Anne marries on a sombre Highland day

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The Independent Online
THE Princess Royal was yesterday married in private at a privatised occasion in a small Scottish church.

On a subdued day, she exchanged vows with Commander Tim Laurence, of the Royal Navy, in a ritual planned surreptitiously, obscured by Highland pines and consecrated granite, and sparsely attended by witnesses who included the Queen.

In contrast to the great state occasion of the Princess's first marriage in Westminster Abbey, when the BBC sent pictures around the world, the Royal Family contracted out pictorial coverage of yesterday's wedding.

Television companies and photographers were excluded from the church and film was shot by Bonham-Carter Associates. At the last minute the company dropped a plan to charge television companies pounds 4,500 each for the film. However, national newspapers had to rely for official family photographs on Rex Features photo agency, at pounds 750 for a set of three pictures. Usually such photographs are distributed by the Press Association as part of its normal service.

Outside Crathie, the small hilltop church overlooking Balmoral estate, commoners gathered in their few hundreds and cheered as the Princess Royal and Commander Laurence emerged and made their way by Land Rover into the dark gardens of Balmoral Castle across the road.

Fifteen imitation Victorian street lamps, costing about pounds 4,000, had been installed by Grampian regional council to illuminate the route taken by the royal party.

The wedding, a festive flicker in the margins of an institution which is in serious trouble, was a far cry from the pomp which had attended previous royal marriages, animating and sustaining the British people. Police were out in great force to control sightseers and an even greater number of reporters and photographers.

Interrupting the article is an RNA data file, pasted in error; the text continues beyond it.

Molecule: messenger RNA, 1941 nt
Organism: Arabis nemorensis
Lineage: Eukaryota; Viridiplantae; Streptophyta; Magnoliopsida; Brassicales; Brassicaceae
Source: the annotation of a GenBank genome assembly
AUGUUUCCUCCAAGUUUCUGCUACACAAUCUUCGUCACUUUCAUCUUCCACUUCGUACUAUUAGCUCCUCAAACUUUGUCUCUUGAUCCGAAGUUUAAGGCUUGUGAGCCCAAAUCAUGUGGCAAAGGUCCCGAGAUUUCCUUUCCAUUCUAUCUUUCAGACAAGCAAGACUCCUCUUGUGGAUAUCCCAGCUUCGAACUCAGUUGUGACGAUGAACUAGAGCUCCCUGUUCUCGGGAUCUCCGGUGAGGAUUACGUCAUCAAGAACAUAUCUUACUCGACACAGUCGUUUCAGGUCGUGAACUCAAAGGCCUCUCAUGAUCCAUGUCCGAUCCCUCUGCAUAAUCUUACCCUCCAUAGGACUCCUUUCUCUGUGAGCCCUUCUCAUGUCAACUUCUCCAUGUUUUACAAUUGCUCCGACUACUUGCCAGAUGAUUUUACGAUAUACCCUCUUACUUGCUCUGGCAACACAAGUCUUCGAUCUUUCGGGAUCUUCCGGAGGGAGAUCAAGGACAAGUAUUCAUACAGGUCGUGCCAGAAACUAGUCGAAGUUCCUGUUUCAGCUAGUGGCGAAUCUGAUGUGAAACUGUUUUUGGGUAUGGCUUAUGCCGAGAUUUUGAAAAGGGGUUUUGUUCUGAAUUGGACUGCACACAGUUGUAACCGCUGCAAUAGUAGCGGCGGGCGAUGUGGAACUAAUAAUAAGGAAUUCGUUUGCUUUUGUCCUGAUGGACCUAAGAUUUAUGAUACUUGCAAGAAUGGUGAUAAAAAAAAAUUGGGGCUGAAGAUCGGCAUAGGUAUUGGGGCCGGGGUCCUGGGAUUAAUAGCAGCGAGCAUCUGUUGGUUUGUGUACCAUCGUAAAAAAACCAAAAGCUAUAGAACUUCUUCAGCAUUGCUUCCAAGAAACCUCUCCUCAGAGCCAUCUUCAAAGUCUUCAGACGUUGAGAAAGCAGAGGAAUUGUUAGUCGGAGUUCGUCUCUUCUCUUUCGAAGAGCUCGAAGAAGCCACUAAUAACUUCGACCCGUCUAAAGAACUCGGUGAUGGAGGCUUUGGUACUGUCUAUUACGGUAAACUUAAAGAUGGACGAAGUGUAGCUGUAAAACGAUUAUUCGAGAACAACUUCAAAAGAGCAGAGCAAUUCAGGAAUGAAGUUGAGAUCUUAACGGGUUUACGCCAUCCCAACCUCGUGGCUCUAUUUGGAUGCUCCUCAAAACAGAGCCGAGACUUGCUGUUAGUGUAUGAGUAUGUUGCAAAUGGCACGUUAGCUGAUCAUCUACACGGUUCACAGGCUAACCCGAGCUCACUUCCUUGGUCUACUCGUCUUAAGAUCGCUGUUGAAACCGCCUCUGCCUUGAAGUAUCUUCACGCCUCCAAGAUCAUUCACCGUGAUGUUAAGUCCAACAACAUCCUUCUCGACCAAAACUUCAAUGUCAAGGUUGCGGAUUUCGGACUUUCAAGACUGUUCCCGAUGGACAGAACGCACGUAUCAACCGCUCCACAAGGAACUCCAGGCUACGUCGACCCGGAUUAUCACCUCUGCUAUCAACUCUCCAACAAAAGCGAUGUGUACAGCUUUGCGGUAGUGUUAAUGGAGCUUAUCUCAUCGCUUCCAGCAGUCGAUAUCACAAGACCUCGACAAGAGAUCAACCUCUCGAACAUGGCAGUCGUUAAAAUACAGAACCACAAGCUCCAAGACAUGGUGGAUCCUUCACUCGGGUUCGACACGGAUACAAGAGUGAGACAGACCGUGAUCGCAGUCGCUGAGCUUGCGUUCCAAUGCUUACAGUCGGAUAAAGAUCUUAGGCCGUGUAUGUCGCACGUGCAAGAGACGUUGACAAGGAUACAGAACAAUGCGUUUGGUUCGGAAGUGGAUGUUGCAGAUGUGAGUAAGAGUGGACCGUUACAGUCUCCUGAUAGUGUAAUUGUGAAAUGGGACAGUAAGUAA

No poet laureate was there to lilt about 'vows', 'love knots', or 'screams stuck in the wall', as Ted Hughes had done in 'Lovesong' for the Duke of York's marriage.

But the loyalty the public is capable of demonstrating was still in evidence. It was visible in the large Union flag flown from a car in the car park opposite the church. And it was audible in the hum of a hand-drying machine in the car park's lavatories where a man, who had spent the entire previous night there, tried to thaw out his frozen hands.

Elderly women and men with flasks of tea took up position on the roadside facing the church. It may have been the intense cold, but one detected among them another kind of numbness: their beloved monarchy suddenly seemed less granite-like.

The marriage ceremony, attended by the Queen Mother, the Duke of Edinburgh and the princes Charles, Andrew and Edward, was performed by the Reverend Keith Angus, an elderly minister who normally spends his Saturdays hunting and shooting in his gaiters.

The Princess Royal wore a simple cream suit, small brimless hat, and carried a bunch of white heather. Commander Laurence wore his naval uniform.

Her two children from her marriage to Captain Mark Phillips - Peter and Zara - attended her. But the estranged wives of Prince Charles and Prince Andrew were absent.

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